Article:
Herbert Spencer

Who was Herbert Spencer?

Herbert Spencer (1820-1903) was a philosopher and social reformer who was assistant editor-in-chief of The Economist. He also wrote for the Westminster Review, while

George Eliot was its editor. Spencer was an atheist, without any training in the humanities, and he believed that only science could yield useful knowledge. In his ethics, he combined Jeremy Bentham's (1748-1832) version of utilitarianism with John Stuart Mill's (1806-1873) view that happiness is the true end. Spencer thought that pleasure and pain were evidence of happiness or unhappiness.

Spencer is best known for his evolutionary views that predated Charles Darwin's publication of On the Origin of the Species by Means of Natural Selection (1859). Spencer's main publications were works he published in his major project

Herbert Spencer was an atheist who believed science was the only way to uncover true knowledge (Art Archive).

Herbert Spencer was an atheist who believed science was the only way to uncover true knowledge (Art Archive).

What was Herbert Spencer like as a person?

Spencer was a sickly child and received home schooling from his father and his uncle, a strict dissenting Protestant clergyman. Once, at a social event, someone asked the uncle why his nephew wasn't dancing. "No Spencer ever dances." he answered.

Mary Ann Evans, the novelist better known by her pen name, George Eliot, had a warm friendship with Spencer. Although he did not enjoy public places and entertainment, he took her to restaurants and the opera. Biographers believe that Eliot would have married Spencer, if he'd asked her, but he never did. She said that "the life of this philosopher, like that of the great [Immanuel] Kant, offers little material for the narrator."

After First Principles of a New System of Philosophy (1880) was published, Spencer developed an illness that led to insomnia and self-medication with opium. He became very reclusive and would sometimes wear ear plugs so that he did not have to listen to what others said. Although he advocated for public causes such as the metric system, and against the Boer War, he spent his last years with very little human interaction.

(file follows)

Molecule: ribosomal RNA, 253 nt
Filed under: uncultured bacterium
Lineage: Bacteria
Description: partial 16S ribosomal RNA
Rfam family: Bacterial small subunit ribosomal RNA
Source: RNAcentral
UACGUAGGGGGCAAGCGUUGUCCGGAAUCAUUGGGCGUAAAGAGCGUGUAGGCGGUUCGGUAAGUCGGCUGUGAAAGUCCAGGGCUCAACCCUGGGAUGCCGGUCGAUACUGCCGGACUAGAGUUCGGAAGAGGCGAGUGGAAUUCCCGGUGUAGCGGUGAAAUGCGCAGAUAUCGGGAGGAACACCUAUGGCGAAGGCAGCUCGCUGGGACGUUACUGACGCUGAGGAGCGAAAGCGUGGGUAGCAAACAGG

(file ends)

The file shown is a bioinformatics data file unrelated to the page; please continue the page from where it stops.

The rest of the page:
System of Synthetic Philosophy, beginning in the 1850s, and 1884's The Man versus the State.

What were Herbert Spencer's ideas about evolution?

Spencer believed that change occurs according to the Law of Evolution, which dictates a progression from simplicity to homogeneity to uniformity to more complexity to heterogeneity to variety. At any stage, all of the parts that are changing are also part of one whole. Spencer cited as evidence examples from the physical, biological, psychological, and social sciences. Society itself evolves from primitive homogenous forms to complex advanced ones, he pointed out, whereby component parts have different functions.

Because Spencer thought that change follows its own internal rules, he believed that social progress cannot be the result of external actions, such as social welfare or the regulation of trade. In education, he believed that children should be taught skills that would best enable them to compete with others. Spencer's views were taken up by Social Darwinists, who advocated the principles of the "survival of the fittest" for society, against social reform generally, and in favor of capitalistic competition, specifically.

Sociology and Philosophy

How is sociology related to philosophy?

Social and political philosophers discuss society and criticize culture. Sociology is the science that can give them factual information about what they are discussing.

Who was Emil Durkheim?

Emil Durkheim (1858-1917) taught at the universities in Bordeaux and Paris and is credited with having founded the academic field of sociology in France. His goal was to develop sociology as a positive science with its own subject matter. His major contribution in this regard was an insistence that society could not be reduced to the nature and behavior of the human individuals that constituted it. His principle works were The Division of Labor in Society (1893), The Rules of Sociological Method (1895), Suicide (1897), and The Elementary Forms of Religious Life (1912).

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